He was careful, however, not to suggest that the military response to jihadists was the only one. He told MPs: “We must deal with the grievances they use to garner support.” In the case of Algeria this may pose particular problems. Whereas in the rest of north Africa, especially in Tunisia and Egypt, western countries have broadly supported the ‘Arab spring’ which saw authoritarian regimes toppled and governments of Islamic fundamentalists (albeit non-jihadist ones) elected to replace them, Algeria is a different case. Twenty years ago when it seemed that free elections were likely to result in a fundamentalist Islamic government coming to power, the existing regime stopped the elections and imposed a policy of harsh repression of the Islamists that cost tens of thousands of lives. The current Algerian government shows no signs of wanting to encourage an Arab spring in the country. The ‘grievances’ Mr Cameron speaks of look likely to fester.

What’s clear, though, is that the Prime Minister certainly does not rule out greater military involvement if he judges that it is required. He spoke of the need to “thicken” Britain’s involvement in north Africa and this is widely believed to mean the greater use of special forces. For the moment at least, though, there is no suggestion that British ground forces will be deployed in either Algeria or Mali and few commentators think it likely.

More imminent may be the need to take a decision on whether to involve British forces in Syria. The endgame in the Syrian civil war (whatever it may be) may well be reached this year. Western involvement has been mooted in terms of the need to prevent even more killings: already between 40,000 and 60,000 people have lost their lives as a result of the war. But there is another reason why western governments including Britain’s may find themselves needing to look again at their reluctance to get involved. There is a powerful al-Qaeda element in the forces opposing the Assad regime. Given their attitude to the jihadist threat, as articulated by Mr Cameron, western governments will feel deeply alarmed at the prospect of Syria falling into the hands of al-Qaeda sympathisers.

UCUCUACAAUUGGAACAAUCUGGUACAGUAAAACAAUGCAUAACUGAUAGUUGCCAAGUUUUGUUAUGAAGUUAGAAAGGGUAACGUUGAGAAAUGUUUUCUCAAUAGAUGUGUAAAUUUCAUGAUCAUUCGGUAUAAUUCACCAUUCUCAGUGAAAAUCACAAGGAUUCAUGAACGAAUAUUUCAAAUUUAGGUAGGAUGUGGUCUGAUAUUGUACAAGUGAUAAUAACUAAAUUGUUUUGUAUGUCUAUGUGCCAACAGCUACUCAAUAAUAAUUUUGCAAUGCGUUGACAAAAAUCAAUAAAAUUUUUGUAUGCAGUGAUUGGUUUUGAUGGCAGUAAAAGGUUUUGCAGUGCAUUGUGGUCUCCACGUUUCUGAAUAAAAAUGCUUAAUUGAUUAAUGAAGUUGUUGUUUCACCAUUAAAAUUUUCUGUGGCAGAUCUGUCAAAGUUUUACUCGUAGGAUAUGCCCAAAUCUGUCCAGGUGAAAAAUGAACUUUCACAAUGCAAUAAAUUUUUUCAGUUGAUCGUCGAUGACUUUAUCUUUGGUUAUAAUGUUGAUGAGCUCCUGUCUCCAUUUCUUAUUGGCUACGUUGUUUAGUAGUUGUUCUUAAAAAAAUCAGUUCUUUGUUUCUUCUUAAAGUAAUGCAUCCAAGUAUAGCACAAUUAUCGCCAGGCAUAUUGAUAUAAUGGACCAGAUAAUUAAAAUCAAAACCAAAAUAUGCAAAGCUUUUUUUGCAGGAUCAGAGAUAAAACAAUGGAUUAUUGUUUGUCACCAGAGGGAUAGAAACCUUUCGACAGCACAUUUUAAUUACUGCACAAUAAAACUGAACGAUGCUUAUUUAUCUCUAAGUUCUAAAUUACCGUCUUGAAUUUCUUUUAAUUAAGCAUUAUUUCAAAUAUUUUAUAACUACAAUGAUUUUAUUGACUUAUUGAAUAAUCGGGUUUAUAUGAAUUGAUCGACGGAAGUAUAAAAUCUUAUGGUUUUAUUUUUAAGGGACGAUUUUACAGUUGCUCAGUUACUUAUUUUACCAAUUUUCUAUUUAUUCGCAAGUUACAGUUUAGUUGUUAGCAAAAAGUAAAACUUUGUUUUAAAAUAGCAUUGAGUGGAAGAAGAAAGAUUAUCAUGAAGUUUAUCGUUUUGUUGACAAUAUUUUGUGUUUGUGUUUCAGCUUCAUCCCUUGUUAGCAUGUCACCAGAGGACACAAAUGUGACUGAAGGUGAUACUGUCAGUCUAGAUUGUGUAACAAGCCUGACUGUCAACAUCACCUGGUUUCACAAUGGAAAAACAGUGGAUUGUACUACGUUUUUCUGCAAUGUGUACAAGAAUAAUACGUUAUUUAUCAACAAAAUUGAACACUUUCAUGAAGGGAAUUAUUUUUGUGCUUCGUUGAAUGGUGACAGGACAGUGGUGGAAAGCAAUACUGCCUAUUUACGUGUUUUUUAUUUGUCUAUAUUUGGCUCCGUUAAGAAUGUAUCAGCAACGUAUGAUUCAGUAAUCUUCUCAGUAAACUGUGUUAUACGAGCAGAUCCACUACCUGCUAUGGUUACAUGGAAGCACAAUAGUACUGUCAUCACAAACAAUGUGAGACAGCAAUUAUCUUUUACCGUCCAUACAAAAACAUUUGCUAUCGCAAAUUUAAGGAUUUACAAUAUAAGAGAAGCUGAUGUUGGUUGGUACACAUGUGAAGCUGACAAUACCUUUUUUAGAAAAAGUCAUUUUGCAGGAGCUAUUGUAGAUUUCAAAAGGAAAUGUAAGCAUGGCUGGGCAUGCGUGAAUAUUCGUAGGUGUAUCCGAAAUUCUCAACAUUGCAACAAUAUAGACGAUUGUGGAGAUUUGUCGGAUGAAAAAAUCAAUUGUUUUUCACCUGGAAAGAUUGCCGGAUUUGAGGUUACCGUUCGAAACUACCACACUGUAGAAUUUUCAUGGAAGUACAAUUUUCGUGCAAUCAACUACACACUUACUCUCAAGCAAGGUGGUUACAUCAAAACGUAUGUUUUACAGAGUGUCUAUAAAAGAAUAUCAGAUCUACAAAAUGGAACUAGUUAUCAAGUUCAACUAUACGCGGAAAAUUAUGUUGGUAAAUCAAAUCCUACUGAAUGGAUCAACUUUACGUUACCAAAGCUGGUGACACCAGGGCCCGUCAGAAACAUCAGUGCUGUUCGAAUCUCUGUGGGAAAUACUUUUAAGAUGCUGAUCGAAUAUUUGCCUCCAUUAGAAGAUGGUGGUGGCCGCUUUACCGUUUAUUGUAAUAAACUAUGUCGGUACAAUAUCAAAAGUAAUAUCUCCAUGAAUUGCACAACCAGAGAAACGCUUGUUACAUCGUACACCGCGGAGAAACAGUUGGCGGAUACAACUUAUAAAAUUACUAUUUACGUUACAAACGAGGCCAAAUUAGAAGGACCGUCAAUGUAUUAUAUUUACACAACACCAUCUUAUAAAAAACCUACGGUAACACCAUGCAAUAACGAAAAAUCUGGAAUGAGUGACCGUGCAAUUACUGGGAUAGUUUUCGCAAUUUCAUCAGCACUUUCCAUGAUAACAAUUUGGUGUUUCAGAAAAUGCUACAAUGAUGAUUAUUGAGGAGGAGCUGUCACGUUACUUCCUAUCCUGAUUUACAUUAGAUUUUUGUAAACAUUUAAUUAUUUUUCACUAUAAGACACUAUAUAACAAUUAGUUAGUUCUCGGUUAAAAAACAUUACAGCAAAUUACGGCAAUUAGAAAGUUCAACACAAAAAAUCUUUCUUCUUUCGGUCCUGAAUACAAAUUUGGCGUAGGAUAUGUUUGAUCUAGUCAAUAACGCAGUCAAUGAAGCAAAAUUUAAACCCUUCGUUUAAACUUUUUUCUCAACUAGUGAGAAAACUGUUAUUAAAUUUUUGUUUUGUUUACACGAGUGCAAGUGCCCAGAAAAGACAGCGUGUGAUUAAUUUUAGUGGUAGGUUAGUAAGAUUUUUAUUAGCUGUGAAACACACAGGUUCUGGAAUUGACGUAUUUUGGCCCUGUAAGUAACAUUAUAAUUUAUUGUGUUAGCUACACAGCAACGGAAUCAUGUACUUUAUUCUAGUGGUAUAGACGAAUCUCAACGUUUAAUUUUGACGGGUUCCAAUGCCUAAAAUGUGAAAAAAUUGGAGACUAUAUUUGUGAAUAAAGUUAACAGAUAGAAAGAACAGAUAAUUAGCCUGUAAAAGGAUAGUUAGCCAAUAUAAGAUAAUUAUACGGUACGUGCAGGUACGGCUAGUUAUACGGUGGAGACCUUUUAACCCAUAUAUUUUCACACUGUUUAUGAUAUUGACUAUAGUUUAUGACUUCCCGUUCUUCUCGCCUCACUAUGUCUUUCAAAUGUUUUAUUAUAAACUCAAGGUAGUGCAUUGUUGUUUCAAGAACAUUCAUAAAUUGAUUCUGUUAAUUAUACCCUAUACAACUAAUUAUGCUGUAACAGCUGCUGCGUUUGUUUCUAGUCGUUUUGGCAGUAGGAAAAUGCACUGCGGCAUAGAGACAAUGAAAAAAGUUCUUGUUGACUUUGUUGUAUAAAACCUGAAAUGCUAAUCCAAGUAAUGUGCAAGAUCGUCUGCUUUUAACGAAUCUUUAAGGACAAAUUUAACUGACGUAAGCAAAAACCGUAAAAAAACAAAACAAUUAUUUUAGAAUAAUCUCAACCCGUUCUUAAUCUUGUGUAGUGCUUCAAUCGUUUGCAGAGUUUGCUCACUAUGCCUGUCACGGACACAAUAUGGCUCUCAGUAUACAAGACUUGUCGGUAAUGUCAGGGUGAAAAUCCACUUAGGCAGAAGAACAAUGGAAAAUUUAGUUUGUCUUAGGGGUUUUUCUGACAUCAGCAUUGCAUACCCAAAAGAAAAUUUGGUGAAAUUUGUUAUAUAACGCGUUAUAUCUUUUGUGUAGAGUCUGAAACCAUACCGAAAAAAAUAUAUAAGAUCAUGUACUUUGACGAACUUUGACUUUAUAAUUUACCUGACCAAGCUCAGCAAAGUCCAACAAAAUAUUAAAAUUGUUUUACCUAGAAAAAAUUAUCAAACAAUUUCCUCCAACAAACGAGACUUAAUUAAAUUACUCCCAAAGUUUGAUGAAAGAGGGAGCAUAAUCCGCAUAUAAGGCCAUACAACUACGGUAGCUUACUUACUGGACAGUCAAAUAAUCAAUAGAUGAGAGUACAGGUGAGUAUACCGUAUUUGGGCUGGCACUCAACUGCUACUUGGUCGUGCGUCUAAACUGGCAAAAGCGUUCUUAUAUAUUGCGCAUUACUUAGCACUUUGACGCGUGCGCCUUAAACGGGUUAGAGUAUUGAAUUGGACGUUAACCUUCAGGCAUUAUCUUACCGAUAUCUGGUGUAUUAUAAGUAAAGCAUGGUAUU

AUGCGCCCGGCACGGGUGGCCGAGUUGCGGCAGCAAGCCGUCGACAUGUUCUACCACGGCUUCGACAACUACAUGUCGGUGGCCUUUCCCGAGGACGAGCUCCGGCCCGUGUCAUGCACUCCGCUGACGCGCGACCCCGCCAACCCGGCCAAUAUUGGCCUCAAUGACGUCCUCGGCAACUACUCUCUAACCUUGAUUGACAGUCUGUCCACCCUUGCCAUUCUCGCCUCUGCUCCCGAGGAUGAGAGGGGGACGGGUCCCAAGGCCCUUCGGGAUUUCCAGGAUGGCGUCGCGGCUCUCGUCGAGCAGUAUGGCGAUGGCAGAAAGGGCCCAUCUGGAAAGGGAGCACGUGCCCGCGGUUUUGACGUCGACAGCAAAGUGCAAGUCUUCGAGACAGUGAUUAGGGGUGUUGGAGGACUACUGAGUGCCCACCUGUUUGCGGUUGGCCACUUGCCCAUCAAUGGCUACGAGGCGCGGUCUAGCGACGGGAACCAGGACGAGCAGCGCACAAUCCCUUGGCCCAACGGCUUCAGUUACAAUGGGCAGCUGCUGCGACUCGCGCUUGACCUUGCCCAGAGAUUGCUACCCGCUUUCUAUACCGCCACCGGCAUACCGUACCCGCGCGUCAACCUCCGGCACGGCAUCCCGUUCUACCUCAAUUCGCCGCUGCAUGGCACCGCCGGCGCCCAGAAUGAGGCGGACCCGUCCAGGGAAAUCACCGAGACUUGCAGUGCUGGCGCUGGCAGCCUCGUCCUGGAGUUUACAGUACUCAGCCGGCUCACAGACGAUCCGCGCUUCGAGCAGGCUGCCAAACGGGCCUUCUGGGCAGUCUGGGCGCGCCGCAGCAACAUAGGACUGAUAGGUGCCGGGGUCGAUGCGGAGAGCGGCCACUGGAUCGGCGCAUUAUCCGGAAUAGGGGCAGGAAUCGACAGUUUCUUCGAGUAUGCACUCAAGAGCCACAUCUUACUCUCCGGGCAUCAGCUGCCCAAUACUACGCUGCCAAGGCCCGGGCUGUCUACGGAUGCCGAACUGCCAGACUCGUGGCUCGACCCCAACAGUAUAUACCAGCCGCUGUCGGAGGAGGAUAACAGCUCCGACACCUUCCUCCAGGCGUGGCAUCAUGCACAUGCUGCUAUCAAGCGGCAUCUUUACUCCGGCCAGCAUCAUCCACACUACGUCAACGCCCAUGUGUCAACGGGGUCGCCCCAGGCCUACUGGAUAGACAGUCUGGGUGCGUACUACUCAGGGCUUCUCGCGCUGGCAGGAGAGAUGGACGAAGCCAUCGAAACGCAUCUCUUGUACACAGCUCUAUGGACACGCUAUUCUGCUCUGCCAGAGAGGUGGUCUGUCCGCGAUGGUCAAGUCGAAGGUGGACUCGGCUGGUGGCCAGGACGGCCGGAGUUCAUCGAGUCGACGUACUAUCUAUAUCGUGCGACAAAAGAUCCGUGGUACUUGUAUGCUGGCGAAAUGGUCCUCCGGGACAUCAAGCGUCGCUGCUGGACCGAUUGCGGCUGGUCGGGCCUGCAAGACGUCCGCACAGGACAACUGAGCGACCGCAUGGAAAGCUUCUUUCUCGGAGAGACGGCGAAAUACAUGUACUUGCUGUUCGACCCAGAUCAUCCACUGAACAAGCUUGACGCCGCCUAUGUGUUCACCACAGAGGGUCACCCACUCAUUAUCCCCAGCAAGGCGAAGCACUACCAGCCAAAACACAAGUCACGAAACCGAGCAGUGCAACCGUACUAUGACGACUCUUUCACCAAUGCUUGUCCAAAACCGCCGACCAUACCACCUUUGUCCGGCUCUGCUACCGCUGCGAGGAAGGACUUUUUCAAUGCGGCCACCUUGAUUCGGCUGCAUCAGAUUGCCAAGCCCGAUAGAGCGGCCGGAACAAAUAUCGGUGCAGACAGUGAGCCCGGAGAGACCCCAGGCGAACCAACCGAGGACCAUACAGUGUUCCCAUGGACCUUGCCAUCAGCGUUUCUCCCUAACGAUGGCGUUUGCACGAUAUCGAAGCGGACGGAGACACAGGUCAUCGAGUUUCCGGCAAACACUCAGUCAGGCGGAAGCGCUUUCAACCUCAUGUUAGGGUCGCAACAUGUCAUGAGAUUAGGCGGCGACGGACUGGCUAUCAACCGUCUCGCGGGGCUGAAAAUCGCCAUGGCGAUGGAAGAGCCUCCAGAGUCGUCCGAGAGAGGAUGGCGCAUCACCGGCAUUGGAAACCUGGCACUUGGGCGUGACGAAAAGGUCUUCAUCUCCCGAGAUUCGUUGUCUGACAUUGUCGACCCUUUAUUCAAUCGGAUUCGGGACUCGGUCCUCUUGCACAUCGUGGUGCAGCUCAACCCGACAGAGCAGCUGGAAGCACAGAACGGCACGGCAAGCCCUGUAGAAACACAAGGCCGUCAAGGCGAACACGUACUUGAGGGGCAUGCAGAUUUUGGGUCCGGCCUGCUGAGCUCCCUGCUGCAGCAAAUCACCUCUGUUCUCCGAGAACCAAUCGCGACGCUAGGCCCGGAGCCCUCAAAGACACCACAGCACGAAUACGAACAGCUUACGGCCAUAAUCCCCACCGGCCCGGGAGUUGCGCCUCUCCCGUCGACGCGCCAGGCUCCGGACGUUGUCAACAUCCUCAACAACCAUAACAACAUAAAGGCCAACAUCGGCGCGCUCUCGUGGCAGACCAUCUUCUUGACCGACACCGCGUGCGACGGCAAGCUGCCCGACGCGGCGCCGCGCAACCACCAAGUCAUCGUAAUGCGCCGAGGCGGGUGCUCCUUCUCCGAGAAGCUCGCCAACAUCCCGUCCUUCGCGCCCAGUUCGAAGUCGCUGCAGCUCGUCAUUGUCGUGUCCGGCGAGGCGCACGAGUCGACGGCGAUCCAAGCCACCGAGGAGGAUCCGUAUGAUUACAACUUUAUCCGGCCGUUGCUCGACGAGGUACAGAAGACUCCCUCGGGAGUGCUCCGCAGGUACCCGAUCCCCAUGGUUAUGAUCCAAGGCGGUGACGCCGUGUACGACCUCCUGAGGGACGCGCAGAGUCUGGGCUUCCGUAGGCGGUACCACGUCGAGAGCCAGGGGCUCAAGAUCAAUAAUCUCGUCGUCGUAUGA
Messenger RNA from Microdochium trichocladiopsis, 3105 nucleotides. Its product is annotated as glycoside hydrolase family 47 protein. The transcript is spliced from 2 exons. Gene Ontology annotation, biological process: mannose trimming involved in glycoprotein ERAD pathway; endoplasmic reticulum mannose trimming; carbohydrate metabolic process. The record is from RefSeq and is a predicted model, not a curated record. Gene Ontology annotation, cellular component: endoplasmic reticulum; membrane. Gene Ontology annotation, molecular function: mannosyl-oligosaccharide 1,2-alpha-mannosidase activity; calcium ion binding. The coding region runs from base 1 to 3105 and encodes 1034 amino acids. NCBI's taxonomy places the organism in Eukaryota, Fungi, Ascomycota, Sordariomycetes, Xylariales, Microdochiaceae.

But if Britain does have to start contemplating further military operations to counter the jihadist threat, will we be in a position to deliver? Defence spending is being held constant in cash terms, which means that in real terms it is being cut. Only this week 5,000 more redundancies in the army are being announced as part of a longer-term policy to reduce the size of the army from 102,000 to 82,000 by 2017 and to try to make up the difference by doubling the number of reservists to 30,000 by 2018. Both the navy and the RAF have seen their numbers cut by 5,000 each as well. The military top brass have warned of our forces being stretched to the point where they may not be able to deliver.

So an inevitable question arises. Does the “existential threat” of which Mr Cameron speaks mean that we need to look again at our defence spending?

What’s your view?

  • Do you think the Algerian hostage crisis was evidence of an “existential threat” we face from Islamic jihadists or not?
  • Even if you don’t think it was, do you think we do face such a threat?
  • Do you think military interventions such as the French have undertaken in Mali are necessary or not?
  • Should Britain be supporting the French and even doing more to help, or standing back?
  • When Mr Cameron says we need to deal with the grievances jihadists use to garner support, what do you think that should involve?
  • Should Britain be ready to use its military forces more widely to fight Islamic terrorism?
  • Should they be used to stop a pro-al-Qaeda government coming to power in Syria?
  • And do you think the threat Mr Cameron speaks of means we ought to be increasing what we spend on defence?

Let us know your views.